• “The Rule of Law and our legal system provides that there is a right to legal advice and representation for all. However, you must ensure that proceedings are pursued properly and that your duties to your client don’t override your public interest obligations and duties to the court. That means for example you must not bring cases that are not properly arguable; bring excessive or oppressive proceedings; or mislead or take advantage of others.”

Ethics, Sanctions or Reputation? Why Are Firms Really Leaving Russia?” —

  • “That all 25 major commercial law firms with a presence in Russia have confirmed plans to leave in such a short space of time is nothing short of monumental. Even two weeks ago few would have predicted such a rout. But it would be a mistake to believe they are all thinking the same way.”
  • “Law.com International’s U.K. team discussed these exact questions and more on a webinar this week all about the war and its implications for the industry… A generous interpretation of events would surmise that firms have pulled out for ethical reasons. They do not want to operate in a regime that wages unprovoked war on a democratic state. Some firms – though not many – have said as much. One London partner is travelling by car to Poland to personally deliver sleeping bags and medical kit to Ukrainian refugees.”
  • “A more cynical view would be that the decision is simply a commercial one. Sanctions have forced firms to stop acting for many clients and the Russian operations weren’t very profitable anyway. An excellent analysis of limited liability partnership accounts by Jack Womack found most firms for which data is available had seen their Russia revenues declining and most had suffered a loss at least once in recent years.”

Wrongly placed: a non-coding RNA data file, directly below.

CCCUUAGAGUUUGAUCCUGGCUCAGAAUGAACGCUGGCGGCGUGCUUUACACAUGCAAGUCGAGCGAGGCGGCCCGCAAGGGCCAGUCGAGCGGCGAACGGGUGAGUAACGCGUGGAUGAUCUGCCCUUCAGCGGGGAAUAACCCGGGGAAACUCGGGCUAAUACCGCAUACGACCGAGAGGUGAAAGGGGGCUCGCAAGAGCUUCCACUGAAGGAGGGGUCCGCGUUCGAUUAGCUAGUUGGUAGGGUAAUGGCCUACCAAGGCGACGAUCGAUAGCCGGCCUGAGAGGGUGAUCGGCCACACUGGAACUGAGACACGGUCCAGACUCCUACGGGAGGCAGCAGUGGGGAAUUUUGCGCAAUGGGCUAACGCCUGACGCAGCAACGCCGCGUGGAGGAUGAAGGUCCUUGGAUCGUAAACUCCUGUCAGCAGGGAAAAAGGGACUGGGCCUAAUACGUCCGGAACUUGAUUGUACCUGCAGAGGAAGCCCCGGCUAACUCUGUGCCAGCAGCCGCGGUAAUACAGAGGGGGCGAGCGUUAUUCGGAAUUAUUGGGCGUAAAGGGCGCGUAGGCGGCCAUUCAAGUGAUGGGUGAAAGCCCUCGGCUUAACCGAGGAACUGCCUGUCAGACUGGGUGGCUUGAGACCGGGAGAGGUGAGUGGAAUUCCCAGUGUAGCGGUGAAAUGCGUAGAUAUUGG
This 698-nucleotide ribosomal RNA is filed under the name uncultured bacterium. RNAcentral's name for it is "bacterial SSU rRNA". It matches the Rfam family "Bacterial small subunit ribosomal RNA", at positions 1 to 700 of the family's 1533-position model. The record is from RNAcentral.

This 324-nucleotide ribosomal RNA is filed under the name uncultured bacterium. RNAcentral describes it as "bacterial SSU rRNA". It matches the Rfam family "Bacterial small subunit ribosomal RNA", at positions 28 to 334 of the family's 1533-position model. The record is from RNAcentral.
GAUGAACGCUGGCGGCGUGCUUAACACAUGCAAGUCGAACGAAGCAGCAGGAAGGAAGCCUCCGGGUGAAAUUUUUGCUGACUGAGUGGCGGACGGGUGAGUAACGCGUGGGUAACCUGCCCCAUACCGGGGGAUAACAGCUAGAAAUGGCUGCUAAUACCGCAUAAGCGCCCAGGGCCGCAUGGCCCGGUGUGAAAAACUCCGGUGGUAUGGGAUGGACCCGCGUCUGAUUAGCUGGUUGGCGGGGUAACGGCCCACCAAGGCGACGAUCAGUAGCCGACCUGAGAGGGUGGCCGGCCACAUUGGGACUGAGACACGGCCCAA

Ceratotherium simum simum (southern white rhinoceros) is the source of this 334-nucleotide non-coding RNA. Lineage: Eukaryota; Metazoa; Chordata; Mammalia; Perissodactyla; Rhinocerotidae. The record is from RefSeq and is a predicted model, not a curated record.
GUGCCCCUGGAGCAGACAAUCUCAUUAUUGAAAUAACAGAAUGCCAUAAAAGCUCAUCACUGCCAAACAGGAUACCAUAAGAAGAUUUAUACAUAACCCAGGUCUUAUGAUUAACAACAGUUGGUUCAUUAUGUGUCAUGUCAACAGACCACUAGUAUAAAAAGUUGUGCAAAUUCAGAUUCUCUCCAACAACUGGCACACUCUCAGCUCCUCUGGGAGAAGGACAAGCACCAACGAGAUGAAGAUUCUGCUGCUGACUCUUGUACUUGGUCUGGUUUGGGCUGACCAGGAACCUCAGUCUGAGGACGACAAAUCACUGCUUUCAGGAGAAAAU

• “An even less charitable view is that firms are thinking only about their reputation. It doesn’t look good to graduates and clients and therefore we need to follow the herd and be seen to be taking action. Particularly as companies (and indeed clients) like BP, Shell, Coca Cola, PepsiCo and McDonalds—companies not exactly known for their glittering ethical records—are pulling out.”
  • “Likely, all three issues will have been factored into the decisions to close in Moscow. But if a ceasefire does happen and the war ends – and let’s hope it does soon – then the question some firms will be asking is when they can re-open in the country. At that point we’ll learn what was motivating each firm.”

German Law Firm to Retain Moscow Presence in Rare Move” —

  • “German corporate law firm Advant Beiten is to maintain its Moscow office, in a sharply counter-narrative move that comes at a time when most other Western firms are exiting Russia.”
  • “Though its Moscow office remains open, a spokesperson said the firm had ceased work for clients which have any connection to the Russian state or are affiliated with any Russian state-owned enterprises, and would not be accepting new instructions from any such clients.”
  • “The Moscow office currently has one partner, 14 lawyers and tax advisors, for a total headcount of 38 (including business support staff), according to another spokesperson. It opened the office in 1992.”
  • “Like many other firms, Advant Beiten has condemned the conflict and is engaging in humanitarian support for Ukrainians.”
  • “Meanwhile, Gleiss Lutz, one of Germany’s largest full-service firms with six offices in Germany plus Brussels and London, said that it does not have an office in Russia and stopped accepting mandates immediately after February 24, then the invasion began. “

Other interesting, recent stories I’ve noted, which may be of interest: